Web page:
Legal documents have officially been served against the Board of Inquiry, ACT Attorney-General Shane Rattenbury and the Territory by outgoing Director of Public Prosecutions Shane Drumgold SC.
Mr Drumgold resigned in the wake of the Sofronoff Report findings from the Board of Inquiry after his position was deemed untenable.
The report made several adverse findings against Mr Drumgold; however, he has disputed them.
In documents tabled to the ACT Supreme Court, Mr Drumgold has claimed the report, or alternatively, the decisions made in respect to him in the report, are “invalid and of no effect”.
Mr Drumgold has claimed the Board of Inquiry had failed to comply with section 17 of the Inquiries Act 1991, referring to the premature release of the report to sections of the media by Mr Sofronoff.
It’s also been claimed the Board of Inquiry failed to accord him “natural justice” in some of the findings.
“The [Board of Inquiry] failed to accord the Plaintiff [Mr Drumgold] natural justice by failing to give the Plaintiff a fair hearing in respect of the findings [made against him],” the documents stated.
These findings included that Mr Drumgold directed “a junior lawyer in his office to make a misleading affidavit”, “preyed on the junior lawyer’s inexperience”, “egregiously abused his authority and betrayed the trust of his young staff member”, that he “deliberately advanced a false claim of legal professional privilege” and that “Mr Drumgold knowingly lied to the Chief Justice”.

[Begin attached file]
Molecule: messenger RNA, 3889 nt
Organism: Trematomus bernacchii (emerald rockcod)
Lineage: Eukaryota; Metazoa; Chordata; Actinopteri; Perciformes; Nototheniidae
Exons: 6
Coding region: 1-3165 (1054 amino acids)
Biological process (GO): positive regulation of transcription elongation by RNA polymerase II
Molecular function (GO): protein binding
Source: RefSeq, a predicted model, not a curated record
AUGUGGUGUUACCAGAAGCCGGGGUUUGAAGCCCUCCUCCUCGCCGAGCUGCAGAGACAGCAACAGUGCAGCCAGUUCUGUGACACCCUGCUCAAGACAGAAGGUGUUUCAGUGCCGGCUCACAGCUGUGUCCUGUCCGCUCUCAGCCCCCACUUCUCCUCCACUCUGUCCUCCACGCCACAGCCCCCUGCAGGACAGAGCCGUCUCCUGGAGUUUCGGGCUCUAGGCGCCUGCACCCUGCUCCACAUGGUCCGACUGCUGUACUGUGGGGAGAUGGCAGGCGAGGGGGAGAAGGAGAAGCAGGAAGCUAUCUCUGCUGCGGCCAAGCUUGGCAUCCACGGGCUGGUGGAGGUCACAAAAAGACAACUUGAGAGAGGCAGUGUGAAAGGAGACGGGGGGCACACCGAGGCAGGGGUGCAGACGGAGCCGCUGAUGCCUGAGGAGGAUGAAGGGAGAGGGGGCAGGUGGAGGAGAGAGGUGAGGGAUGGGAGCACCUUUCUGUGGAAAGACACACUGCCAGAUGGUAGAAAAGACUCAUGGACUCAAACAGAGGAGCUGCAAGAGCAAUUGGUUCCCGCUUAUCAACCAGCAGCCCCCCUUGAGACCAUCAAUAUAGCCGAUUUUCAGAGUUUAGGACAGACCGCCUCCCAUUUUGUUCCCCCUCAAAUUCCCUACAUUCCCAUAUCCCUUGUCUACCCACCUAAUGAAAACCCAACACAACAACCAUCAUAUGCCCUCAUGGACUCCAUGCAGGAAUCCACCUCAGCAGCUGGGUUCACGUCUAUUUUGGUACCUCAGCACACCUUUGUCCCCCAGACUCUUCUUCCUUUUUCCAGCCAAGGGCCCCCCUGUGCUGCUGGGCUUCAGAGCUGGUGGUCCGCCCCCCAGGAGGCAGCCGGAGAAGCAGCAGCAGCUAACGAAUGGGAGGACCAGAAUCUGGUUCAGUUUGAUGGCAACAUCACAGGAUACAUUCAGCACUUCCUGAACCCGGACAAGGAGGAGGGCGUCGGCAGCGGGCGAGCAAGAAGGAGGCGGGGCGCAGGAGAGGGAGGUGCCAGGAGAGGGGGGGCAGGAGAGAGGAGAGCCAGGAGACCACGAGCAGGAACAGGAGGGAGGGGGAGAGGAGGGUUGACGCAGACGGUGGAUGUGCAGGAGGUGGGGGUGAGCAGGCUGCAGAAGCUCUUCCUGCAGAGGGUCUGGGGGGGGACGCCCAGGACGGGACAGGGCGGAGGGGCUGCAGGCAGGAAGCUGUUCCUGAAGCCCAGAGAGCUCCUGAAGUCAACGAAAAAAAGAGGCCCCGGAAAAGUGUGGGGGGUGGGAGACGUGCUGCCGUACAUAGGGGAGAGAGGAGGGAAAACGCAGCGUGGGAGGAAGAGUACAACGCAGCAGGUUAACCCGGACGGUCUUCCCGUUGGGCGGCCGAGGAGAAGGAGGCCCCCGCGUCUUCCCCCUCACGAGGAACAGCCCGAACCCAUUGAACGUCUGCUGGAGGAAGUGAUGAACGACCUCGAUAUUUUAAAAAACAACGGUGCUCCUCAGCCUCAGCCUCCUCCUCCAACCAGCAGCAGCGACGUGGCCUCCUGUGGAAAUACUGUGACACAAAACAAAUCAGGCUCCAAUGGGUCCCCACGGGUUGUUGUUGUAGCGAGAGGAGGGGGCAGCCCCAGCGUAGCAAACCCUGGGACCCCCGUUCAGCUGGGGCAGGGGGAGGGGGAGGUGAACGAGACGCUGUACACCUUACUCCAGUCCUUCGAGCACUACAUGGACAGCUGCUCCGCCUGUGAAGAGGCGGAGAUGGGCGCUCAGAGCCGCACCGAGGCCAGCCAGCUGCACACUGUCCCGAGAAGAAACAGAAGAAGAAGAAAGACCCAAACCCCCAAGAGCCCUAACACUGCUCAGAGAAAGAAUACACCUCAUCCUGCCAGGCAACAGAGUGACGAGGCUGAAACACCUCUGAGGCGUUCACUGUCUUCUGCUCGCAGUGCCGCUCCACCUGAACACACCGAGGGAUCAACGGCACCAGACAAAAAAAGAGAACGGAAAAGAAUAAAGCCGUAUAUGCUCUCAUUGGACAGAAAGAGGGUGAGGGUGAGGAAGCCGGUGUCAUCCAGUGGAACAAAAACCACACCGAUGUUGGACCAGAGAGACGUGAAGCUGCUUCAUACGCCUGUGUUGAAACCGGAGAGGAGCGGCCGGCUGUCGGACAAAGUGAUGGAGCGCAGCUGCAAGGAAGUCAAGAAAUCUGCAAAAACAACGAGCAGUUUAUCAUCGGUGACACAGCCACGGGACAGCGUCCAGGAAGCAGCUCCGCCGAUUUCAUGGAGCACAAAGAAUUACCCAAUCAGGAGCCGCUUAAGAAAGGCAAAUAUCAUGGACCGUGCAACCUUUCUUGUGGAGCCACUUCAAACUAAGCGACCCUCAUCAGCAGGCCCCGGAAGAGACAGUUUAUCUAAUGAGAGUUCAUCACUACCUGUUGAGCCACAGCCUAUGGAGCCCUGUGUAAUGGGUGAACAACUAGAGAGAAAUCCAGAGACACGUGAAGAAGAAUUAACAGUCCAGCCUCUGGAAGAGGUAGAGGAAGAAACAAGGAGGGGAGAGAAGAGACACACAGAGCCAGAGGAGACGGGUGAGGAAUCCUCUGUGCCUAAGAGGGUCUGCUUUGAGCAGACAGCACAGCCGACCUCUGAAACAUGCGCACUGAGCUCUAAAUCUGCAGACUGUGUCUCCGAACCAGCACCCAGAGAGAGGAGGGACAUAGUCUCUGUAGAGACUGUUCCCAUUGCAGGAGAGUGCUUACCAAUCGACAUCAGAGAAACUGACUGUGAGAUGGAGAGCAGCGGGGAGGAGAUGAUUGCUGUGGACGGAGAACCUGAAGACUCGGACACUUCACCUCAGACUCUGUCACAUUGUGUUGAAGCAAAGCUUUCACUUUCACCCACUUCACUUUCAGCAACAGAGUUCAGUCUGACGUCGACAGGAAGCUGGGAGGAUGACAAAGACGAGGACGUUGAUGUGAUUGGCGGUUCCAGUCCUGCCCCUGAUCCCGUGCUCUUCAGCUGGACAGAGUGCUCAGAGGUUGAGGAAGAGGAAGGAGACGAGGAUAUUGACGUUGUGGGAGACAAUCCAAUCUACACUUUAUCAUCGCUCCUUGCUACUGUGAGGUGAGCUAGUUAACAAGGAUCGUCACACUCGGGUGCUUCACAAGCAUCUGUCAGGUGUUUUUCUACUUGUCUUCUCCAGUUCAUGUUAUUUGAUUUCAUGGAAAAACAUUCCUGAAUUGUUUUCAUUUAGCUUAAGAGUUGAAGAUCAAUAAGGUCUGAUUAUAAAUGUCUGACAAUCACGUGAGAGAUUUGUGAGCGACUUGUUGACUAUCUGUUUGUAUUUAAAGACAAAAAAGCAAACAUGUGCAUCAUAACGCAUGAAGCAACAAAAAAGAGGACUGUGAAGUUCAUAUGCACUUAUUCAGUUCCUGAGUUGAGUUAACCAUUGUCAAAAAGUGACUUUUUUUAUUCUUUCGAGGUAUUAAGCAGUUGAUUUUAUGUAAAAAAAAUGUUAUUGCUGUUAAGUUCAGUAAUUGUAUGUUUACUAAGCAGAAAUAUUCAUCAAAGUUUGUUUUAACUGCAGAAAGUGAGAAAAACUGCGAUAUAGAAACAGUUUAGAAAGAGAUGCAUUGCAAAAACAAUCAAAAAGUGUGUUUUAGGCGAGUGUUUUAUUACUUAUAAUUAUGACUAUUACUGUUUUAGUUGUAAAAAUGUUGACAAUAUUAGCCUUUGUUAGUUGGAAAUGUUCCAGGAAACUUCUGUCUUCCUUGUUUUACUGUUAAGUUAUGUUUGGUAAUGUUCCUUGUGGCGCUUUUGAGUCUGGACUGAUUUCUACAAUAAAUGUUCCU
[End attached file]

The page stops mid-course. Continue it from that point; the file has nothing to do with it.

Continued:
Mr Sofronoff also found that Mr Drumgold’s description of complainant Brittany Higgins, when he announced the prosecution would not continue with the case against Mr Lehrmann following the case’s mistrial, were “improper and should not have been made… the decision was bad” and that “[his comments] undermined the public’s confidence in the administration of justice and was [sic] a failure in his duty as DPP”.
Mr Drumgold also argued that some of the adverse findings were made “in excess of jurisdiction” as they were outside the Board of Inquiry’s terms of reference.
Regarding legal action against the Attorney-General, it was noted that Mr Rattenbury had a legislative right to terminate Mr Drumgold’s appointment as DPP of the ACT.
Mr Drumgold’s legal case argues this has impacted his rights, given Mr Rattenbury had been considering removing Mr Drumgold because of the findings of the Sofronoff Report, and because Mr Drumgold has argued the report’s decisions are “invalid”, this should have never happened.
“In a letter dated 4 August 2023 from [Mr Rattenbury] to the Plaintiff, [Mr Rattenbury indicated] an intention to consider whether to make a decision … on the basis of the Report [to terminate his position],” the documents stated.
“The Report is, alternatively the Decisions are, invalid and therefore a nullity.”
Mr Rattenbury confirmed to the Legislative Assembly on Wednesday (30 August) that legal action had been filed for judicial review in the Supreme Court against himself, the Board of Inquiry and the Legislative Assembly.
The ACT Government will not be covering Mr Drumgold’s legal costs in this matter.
The case has been scheduled for its first hearing in the Supreme Court on 14 September.
Mr Rattenbury also confirmed $4.3 million had been put aside to pay for the Board of Inquiry hearings to cover costs of staff – including Mr Sofronoff’s salary – and some legal fees.
“The costs are still being settled around that matter,” he said.
The government recently revealed a “significant factual inaccuracy” in the Sofronoff Report by the NSW DPP.